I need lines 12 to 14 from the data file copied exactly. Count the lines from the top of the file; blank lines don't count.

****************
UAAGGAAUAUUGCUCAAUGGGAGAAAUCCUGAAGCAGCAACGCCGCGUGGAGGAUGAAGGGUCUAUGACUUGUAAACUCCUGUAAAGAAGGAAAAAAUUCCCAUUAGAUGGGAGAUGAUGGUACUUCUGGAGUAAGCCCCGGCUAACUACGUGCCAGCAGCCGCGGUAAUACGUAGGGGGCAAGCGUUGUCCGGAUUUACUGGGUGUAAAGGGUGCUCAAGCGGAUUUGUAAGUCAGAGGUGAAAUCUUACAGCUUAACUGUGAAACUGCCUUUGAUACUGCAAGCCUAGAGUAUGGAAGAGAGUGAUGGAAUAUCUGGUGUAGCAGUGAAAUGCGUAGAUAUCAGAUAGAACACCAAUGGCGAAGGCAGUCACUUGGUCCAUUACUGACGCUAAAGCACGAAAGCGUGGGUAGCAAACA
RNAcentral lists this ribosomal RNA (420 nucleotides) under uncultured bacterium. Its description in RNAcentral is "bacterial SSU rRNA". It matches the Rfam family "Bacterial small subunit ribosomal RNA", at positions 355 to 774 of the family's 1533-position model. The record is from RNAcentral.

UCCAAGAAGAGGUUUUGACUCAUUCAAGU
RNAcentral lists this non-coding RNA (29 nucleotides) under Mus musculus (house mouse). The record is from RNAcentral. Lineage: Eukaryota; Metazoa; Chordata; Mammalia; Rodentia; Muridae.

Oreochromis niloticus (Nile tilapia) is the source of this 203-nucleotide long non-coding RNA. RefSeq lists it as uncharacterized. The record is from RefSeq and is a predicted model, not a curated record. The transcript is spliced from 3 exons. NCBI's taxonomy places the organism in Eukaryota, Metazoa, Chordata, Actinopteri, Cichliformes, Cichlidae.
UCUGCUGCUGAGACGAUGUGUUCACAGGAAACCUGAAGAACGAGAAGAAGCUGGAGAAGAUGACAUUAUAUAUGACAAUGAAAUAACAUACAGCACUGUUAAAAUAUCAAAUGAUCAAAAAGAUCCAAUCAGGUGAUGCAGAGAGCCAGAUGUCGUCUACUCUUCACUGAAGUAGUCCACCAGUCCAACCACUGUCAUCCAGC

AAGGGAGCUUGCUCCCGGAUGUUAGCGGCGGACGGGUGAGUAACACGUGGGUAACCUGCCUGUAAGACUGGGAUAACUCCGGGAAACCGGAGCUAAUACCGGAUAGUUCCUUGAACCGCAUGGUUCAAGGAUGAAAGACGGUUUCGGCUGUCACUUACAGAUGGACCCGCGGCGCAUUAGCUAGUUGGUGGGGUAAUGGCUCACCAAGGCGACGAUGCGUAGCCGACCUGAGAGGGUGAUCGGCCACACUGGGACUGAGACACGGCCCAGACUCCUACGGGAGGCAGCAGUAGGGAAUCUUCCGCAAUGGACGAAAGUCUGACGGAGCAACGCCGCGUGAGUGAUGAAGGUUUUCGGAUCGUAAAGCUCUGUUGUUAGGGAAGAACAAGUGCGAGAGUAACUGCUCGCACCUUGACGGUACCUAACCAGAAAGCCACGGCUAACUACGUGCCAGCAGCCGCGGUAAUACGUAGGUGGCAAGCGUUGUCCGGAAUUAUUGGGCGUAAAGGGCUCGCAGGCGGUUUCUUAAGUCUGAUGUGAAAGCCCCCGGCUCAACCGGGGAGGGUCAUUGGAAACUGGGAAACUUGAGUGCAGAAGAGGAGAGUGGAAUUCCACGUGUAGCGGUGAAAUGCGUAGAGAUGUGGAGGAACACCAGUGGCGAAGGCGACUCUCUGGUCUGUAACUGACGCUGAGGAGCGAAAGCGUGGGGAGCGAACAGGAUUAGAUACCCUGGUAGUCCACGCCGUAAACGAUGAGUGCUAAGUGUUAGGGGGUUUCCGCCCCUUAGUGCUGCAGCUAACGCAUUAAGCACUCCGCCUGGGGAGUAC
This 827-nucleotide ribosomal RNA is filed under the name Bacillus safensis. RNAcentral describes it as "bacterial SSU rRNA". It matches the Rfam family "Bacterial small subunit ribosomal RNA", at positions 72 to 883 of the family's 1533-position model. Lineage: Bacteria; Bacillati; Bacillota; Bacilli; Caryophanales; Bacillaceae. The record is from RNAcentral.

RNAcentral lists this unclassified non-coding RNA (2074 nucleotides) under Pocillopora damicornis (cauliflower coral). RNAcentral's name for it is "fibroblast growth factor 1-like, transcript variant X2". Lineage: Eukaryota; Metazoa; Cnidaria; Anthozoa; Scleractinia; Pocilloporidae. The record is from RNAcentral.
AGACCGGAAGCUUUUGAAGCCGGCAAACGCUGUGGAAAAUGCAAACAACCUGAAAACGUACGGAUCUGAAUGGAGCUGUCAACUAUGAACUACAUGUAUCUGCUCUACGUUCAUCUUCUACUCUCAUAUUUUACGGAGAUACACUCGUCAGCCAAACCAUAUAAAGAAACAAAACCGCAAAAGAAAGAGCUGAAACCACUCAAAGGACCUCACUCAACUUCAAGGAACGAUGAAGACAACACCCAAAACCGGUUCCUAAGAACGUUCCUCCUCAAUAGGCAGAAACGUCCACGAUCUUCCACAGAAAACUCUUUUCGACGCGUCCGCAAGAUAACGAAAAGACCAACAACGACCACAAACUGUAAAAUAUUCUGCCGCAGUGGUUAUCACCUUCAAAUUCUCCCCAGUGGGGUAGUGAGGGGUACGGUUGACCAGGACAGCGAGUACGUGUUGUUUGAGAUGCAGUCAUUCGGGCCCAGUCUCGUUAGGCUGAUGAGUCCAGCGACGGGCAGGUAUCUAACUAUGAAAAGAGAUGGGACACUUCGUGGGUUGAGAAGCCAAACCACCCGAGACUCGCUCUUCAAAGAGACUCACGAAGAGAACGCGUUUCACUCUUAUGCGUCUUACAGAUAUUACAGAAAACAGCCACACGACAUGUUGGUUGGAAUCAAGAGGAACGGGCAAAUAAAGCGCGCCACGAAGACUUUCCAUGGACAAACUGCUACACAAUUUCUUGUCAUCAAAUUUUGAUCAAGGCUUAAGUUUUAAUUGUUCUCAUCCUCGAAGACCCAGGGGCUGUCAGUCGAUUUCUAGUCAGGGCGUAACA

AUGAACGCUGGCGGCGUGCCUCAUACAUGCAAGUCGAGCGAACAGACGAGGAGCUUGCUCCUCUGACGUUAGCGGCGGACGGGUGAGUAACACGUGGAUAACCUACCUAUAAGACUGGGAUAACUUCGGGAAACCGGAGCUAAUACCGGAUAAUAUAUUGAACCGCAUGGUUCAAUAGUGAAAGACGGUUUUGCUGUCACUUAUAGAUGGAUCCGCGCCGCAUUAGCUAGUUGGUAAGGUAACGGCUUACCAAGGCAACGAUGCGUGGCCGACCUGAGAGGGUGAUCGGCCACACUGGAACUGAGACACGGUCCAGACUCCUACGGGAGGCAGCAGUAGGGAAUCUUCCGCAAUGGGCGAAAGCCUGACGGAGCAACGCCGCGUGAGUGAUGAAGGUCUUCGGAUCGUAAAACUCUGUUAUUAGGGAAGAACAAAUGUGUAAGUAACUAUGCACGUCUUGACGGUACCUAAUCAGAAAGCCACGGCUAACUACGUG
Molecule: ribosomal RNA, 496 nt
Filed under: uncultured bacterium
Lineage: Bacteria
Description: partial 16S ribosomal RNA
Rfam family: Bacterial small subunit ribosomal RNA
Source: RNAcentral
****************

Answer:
Molecule: ribosomal RNA, 496 nt
Filed under: uncultured bacterium
Lineage: Bacteria